There are several strategies that have been explored and recommended as a means to accepting and processing negative emotions, as well as emerging techniques that have been developed with this research in mind. A specific group of approaches is gaining popularity among therapists and coaches. These techniques, as outlined in research by Ceri Sims, have the acronym: TEARS of HOPE. Here’s what this entails:
T – Teach and learn. This means to embrace self-awareness and increase personal knowledge of your body and mind, and how they are responding to stress and other emotional states. This allows you to understand when you are upset and why, and be better able to interpret the signals your body is sending.
E – Express and enable sensory and embodied experiences. This one sounds a little more complicated but it simply involves encouraging openness and curiosity within yourself to increase your acceptance of what comes.
A – Accept and befriend. It can be highly beneficial to actively focus on increasing your own self-compassion and tolerance for frustration.
R – Re-appraise and re-frame. You can use cognitive-behavioral approaches to see things differently.
S – Social support. This can involve the practice of loving-kindness meditation, which can expand your feelings of connection to others and your self-compassion while you invest in relationships.
H – Hedonic wellbeing/happiness; Research shows that it can be highly beneficial to have a 3-to-1 ratio of positive vs. negative emotions, meaning that you add positive experiences to your life, focus on happy memories and savor successes, for example, to increase the amount of time you spend authentically feeling good.
O – Observe and attend to; Try to practice mindfulness and non-judgmentally attend to things in life.
E – Eudaimonia; This means to strive for goals in life and a sense of authenticity.
There are other strategies that are recommended as ways to increase positive emotional states and personal resilience to stress and feelings of negativity so that negative emotional states don’t feel as overwhelming. And because of the research on positivity, we know that this can be a beneficial thing in itself. Here are some additional strategies that can be used to cope with negative emotions.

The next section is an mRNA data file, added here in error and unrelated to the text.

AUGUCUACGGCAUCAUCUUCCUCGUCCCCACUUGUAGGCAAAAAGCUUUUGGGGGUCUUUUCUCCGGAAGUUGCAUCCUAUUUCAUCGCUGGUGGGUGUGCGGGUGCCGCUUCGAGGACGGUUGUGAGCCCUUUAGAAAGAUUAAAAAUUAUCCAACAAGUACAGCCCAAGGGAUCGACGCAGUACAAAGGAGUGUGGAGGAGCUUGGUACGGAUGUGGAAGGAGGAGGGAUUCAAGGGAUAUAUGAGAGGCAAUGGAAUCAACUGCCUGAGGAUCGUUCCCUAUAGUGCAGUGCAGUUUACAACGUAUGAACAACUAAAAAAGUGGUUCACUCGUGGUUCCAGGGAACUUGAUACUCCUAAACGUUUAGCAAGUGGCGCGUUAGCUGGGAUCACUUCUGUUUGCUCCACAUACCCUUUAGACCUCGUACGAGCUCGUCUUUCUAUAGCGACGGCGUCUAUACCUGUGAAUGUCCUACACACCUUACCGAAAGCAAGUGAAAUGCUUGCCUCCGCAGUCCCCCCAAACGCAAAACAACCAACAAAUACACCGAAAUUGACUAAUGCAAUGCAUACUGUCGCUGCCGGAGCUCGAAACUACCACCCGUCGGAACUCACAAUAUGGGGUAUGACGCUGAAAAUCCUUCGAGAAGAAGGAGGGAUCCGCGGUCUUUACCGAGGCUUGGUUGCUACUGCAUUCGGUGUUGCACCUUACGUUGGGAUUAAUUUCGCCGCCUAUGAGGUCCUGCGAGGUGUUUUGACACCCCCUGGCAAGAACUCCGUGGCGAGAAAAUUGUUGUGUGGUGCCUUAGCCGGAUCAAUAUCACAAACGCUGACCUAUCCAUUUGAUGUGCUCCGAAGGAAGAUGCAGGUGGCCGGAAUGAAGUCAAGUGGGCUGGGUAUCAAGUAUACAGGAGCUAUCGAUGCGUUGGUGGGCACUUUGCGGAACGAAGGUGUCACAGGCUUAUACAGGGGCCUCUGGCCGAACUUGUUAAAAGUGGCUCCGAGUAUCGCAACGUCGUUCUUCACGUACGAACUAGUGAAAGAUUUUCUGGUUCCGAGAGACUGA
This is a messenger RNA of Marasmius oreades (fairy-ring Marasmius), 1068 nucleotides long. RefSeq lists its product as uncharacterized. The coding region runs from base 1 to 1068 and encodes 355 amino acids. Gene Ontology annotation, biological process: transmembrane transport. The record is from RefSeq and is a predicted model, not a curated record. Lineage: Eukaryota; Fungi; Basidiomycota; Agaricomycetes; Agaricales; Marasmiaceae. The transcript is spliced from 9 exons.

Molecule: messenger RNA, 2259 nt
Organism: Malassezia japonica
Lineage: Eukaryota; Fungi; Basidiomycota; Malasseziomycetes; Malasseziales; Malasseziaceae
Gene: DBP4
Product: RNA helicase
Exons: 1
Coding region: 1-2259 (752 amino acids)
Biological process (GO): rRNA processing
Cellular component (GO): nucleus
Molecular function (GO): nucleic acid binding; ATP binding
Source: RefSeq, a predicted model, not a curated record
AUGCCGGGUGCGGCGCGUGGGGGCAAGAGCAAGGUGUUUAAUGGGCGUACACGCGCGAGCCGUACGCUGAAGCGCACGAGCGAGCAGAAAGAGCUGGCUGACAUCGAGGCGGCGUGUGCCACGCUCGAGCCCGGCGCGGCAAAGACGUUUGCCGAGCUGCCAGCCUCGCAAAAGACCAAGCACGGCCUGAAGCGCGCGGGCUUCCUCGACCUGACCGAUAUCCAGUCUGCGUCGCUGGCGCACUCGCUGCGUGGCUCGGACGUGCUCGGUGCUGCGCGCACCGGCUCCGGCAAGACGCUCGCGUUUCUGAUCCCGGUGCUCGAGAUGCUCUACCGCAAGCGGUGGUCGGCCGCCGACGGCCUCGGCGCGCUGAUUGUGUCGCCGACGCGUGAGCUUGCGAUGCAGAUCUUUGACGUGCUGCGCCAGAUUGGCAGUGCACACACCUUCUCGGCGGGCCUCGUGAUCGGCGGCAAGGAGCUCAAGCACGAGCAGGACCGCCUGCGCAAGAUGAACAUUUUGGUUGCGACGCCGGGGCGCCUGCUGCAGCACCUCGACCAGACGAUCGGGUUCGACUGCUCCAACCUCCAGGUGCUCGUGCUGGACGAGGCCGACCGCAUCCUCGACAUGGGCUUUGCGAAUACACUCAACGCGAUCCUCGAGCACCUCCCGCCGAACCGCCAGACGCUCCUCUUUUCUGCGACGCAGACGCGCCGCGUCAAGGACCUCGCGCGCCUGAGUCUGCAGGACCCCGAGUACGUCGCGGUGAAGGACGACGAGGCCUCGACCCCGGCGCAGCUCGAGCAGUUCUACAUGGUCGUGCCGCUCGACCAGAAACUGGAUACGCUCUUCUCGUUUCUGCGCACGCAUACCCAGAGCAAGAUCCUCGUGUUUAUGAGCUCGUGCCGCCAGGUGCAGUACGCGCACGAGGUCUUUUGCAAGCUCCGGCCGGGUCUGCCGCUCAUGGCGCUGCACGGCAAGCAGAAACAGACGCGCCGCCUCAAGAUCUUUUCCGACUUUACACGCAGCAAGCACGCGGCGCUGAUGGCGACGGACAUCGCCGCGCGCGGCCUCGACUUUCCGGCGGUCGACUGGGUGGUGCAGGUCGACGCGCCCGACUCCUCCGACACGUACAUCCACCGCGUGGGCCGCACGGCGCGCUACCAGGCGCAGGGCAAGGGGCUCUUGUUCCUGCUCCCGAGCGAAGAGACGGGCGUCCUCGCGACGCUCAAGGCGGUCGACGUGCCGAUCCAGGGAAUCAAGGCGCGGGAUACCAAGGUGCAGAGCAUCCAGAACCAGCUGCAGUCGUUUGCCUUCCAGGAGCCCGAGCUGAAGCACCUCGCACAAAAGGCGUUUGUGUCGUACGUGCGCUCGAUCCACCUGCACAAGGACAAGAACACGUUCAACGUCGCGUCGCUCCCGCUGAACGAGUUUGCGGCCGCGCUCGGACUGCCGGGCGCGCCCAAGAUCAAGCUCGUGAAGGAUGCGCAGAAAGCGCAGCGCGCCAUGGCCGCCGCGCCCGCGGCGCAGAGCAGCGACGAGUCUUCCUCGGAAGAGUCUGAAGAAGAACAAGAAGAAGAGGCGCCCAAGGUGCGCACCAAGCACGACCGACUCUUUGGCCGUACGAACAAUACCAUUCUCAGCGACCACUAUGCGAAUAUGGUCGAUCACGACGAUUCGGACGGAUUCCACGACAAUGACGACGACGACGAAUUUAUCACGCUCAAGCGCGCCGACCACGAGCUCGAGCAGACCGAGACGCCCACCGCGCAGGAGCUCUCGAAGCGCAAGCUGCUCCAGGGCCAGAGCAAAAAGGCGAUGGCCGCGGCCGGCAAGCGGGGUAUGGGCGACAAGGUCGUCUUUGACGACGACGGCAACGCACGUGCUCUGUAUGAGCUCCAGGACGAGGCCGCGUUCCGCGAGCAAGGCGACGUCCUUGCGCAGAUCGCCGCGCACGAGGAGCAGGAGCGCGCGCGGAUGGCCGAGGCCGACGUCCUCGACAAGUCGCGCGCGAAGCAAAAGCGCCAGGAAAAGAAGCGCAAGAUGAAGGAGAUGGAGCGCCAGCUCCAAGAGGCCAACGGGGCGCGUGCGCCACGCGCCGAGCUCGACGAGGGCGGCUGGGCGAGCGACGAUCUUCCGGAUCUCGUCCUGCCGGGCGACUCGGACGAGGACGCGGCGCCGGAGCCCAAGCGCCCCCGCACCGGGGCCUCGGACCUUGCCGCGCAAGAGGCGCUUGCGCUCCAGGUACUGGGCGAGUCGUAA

Best Possible Self Exercise
This involves envisioning—you guessed it—your best possible self and what that would look like. This exercise has been shown to lift mood and bring a sense of optimism, both of which bring lasting benefits. This can be done as a journaling exercise or simply a visualization technique, but basically involves envisioning your life in the future and challenging yourself to imagine the best possible life you can live, the best possible version of yourself that you can be.
Research has shown that people who engage in this activity for five minutes a day for two weeks experience a more positive mood and an increase in optimism compared to people who spent the same amount of time simply thinking about activities in their day. For five minutes a day, this is a great use of time.
Gratitude Letter or Visit
This activity is popular with positive psychology students. It involves expressing gratitude to people to who have done kind things for you, both minor and major. This could be a letter to an elementary school teacher who inspired you to be your best or a visit to a neighbor to let them know how much you appreciate knowing they are there. It can be any letter or personal trip and conversation expressing to someone what they have done for you, what it has meant to you, and that you appreciate them. These activities bring great benefits to the people who are the recipient of the gratitude, but have been found to bring lasting positive feelings to an even greater extent to the person expressing the gratitude. Most people who engage in this activity report that they still feel positive feelings from it days or even weeks later.
Taking a “Personal Day”/”Mental Health Day”/”Daily Vacation”
This is like taking a staycation but it involves creating a day that’s filled with positive experiences that you’d have on a vacation while minimizing the stress you’d have in your regular schedule. It operates under the same premise that the other positivity-building exercises follow—that an increase in positive emotional states can bring a greater sense of optimism and resilience—and it has the added benefit of minimizing stressors for the day. (This can offer a nice interruption from chronic stress and a chance to recover emotionally.) To do this, create a day filled with activities that you enjoy.
Originally published at www.verywellmind.com